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Grant v. Alldredge

decided: June 10, 1974.

ROBERT WAYNE GRANT, APPELLANT,
v.
NOAH L. ALLDREDGE, WARDEN, APPELLEE



Appeal from order, United States District Court for the District of Connecticut, Clarie, J.

Waterman, Friendly and Mulligan, Circuit Judges.

Author: Waterman

WATERMAN, Circuit Judge:

This is an appeal from the denial of motions pursuant to 28 U.S.C. § 2255 and Rule 33 of the Federal Rules of Criminal Procedure, in which the petitioner Robert Wayne Grant sought the vacation of his judgment of conviction and the grant of a new trial. For the reasons developed below, we believe that the motions should have been granted. Accordingly, we reverse the district court's denial of the motions and order that the judgment of conviction be vacated and a new trial be granted.

Petitioner-appellant Grant was one of five persons originally jointly indicted for the September 8, 1970 armed robbery of the East Hartford branch of the Glastonbury Bank and Trust Company. Subsequently this initial indictment was dismissed and, on December 14, 1970, only the petitioner was reindicted. In a one-count indictment he was charged with being an armed man who single-handedly had entered and robbed the bank. In the jury trial which followed Grant was found guilty and received a sentence of fifteen years in prison. The judgment of conviction was summarily affirmed upon appeal.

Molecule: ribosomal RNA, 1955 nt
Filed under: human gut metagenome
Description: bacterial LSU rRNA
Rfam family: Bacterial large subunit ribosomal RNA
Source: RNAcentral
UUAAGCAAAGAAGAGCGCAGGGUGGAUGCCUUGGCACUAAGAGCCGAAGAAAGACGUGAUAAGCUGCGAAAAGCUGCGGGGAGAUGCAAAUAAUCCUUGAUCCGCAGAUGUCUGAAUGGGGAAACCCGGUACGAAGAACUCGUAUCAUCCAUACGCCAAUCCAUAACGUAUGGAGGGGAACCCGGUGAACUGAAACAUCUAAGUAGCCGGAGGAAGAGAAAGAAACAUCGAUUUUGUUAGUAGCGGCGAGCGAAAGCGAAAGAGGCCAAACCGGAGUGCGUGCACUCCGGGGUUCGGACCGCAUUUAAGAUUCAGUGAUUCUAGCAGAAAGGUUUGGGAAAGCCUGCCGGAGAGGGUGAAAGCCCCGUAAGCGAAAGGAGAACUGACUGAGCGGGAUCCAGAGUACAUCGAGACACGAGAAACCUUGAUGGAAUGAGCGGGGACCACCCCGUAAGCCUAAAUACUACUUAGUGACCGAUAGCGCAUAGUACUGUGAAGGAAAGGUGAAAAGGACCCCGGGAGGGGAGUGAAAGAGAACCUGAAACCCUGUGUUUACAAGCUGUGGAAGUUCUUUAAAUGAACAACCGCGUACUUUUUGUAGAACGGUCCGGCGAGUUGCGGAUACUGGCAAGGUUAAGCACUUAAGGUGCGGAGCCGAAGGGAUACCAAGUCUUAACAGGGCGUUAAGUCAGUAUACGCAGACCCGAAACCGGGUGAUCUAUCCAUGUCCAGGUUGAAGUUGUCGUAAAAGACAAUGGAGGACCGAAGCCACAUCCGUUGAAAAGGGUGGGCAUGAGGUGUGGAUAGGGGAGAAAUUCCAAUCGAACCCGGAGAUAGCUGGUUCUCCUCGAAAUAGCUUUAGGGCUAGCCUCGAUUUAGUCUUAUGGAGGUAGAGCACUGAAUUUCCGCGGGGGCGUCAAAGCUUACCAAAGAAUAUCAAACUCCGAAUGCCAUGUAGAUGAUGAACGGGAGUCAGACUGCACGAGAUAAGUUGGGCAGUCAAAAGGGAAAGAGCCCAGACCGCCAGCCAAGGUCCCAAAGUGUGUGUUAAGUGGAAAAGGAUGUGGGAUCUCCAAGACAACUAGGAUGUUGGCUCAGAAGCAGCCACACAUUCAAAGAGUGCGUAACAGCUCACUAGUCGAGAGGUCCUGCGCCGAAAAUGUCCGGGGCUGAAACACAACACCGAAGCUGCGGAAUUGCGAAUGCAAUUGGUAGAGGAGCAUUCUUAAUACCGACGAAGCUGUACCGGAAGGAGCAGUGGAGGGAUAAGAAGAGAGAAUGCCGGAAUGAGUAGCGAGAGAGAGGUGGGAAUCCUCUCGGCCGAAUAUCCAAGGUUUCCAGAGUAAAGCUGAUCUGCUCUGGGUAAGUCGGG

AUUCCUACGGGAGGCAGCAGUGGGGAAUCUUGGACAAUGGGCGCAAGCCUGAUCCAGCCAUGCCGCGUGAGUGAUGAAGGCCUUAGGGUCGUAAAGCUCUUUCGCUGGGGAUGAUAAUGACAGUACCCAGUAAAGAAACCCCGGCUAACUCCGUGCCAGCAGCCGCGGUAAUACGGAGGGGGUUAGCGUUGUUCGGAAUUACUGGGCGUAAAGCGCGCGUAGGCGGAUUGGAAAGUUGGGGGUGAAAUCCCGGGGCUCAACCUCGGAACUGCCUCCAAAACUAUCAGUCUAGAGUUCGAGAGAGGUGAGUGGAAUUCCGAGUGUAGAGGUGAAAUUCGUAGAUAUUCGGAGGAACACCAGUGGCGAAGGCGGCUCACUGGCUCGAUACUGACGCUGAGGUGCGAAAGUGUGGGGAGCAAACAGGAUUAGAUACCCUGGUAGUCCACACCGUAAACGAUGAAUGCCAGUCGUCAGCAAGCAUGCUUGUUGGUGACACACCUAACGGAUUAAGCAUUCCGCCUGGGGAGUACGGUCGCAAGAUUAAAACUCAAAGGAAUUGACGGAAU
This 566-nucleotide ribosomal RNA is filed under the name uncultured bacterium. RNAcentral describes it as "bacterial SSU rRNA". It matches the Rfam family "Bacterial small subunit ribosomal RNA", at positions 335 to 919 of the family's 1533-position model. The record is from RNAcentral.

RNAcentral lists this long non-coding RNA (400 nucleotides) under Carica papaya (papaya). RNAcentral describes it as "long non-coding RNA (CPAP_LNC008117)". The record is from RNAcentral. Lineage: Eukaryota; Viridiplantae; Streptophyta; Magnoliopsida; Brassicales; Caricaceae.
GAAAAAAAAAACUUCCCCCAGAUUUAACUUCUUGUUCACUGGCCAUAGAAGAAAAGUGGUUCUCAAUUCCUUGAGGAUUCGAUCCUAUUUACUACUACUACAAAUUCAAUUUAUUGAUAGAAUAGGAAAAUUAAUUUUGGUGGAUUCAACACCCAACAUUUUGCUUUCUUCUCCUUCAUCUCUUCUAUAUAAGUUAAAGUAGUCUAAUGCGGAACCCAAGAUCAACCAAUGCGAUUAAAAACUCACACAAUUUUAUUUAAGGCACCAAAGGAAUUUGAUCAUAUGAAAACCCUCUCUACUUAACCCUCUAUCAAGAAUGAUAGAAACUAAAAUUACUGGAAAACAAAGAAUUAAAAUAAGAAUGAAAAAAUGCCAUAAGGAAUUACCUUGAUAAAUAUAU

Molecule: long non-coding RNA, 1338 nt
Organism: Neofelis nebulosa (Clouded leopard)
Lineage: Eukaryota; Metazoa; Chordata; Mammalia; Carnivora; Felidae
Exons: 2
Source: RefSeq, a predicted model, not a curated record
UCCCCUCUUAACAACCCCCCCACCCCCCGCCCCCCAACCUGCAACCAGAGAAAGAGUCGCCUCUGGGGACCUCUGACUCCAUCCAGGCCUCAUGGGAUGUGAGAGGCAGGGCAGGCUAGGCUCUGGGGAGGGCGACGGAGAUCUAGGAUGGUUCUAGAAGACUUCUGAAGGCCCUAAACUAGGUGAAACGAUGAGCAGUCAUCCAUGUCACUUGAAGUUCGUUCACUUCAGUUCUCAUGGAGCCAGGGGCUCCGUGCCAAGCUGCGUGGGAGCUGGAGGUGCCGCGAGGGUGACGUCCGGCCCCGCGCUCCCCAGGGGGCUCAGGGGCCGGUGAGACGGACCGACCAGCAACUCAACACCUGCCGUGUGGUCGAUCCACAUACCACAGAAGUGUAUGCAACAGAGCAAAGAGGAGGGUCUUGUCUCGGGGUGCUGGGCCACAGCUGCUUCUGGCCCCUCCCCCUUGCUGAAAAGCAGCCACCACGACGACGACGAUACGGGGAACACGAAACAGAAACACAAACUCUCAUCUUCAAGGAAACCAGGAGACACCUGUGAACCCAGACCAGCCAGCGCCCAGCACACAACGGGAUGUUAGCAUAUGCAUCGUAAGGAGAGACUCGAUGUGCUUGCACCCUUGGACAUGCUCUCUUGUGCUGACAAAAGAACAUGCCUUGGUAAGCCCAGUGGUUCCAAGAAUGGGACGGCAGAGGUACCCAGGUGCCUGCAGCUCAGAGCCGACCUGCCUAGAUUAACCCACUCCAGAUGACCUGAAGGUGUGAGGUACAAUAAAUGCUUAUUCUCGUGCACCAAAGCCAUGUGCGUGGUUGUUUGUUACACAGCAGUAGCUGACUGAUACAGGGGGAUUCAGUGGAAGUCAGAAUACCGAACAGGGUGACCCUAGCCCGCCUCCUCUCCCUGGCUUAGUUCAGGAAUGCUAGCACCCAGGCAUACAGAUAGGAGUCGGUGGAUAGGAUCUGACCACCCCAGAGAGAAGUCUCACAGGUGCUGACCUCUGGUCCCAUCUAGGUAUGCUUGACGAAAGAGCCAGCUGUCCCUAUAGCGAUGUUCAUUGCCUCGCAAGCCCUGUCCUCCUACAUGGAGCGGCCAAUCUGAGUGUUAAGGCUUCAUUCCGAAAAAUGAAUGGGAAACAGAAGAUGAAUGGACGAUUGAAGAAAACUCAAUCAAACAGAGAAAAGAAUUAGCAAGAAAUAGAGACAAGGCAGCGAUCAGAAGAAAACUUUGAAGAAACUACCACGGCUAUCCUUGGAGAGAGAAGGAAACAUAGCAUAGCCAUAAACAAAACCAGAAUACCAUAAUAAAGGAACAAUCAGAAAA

From our vantage point the Government's case against petitioner at trial does not appear to have been overwhelming. There were two principal offerings upon which the Government attempted to substantiate its theory that Grant was the lone gunman who had robbed the bank. First of all, it was shown that immediately after the robbery Grant and four associates, one of whom was an Anthony Greenhalgh, to whom we shall return shortly, were in possession of a large sum of money under circumstances which might be characterized as suspicious. Secondly, the Government offered the testimony of three bank employees who had been eyewitnesses to the commission of the crime. Of the three, however, only one, bank teller Karen Hull, was able to make a positive identification of Grant as the perpetrator.

Grant maintained at trial, as he continues to maintain now, that he was not the armed man who had robbed the bank. In support of this position, Grant's attorney emphasized the gross discrepancies between Grant's physical characteristics and those of the armed robber, as the latter's composite features were developed through the testimony of the eyewitnesses and the pictures taken by the bank camera while the robbery was in progress. The robber was a large man, standing six feet to six feet two inches in height, weighing over 200 pounds, and having a "muscular back." He held his pistol in his left hand throughout the course of the holdup and would therefore appear to be left-handed. Grant does not fit this description of the robber. Grant is somewhat shorter, much lighter in weight, and less muscular than the man who was described as the robber of the bank. Moreover, Grant is right-handed. Although Grant's attorney argued to the jury that Grant could not conceivably have been the man described by the witnesses, he did not go so far as to suggest who, if not Grant, the armed robber might have been.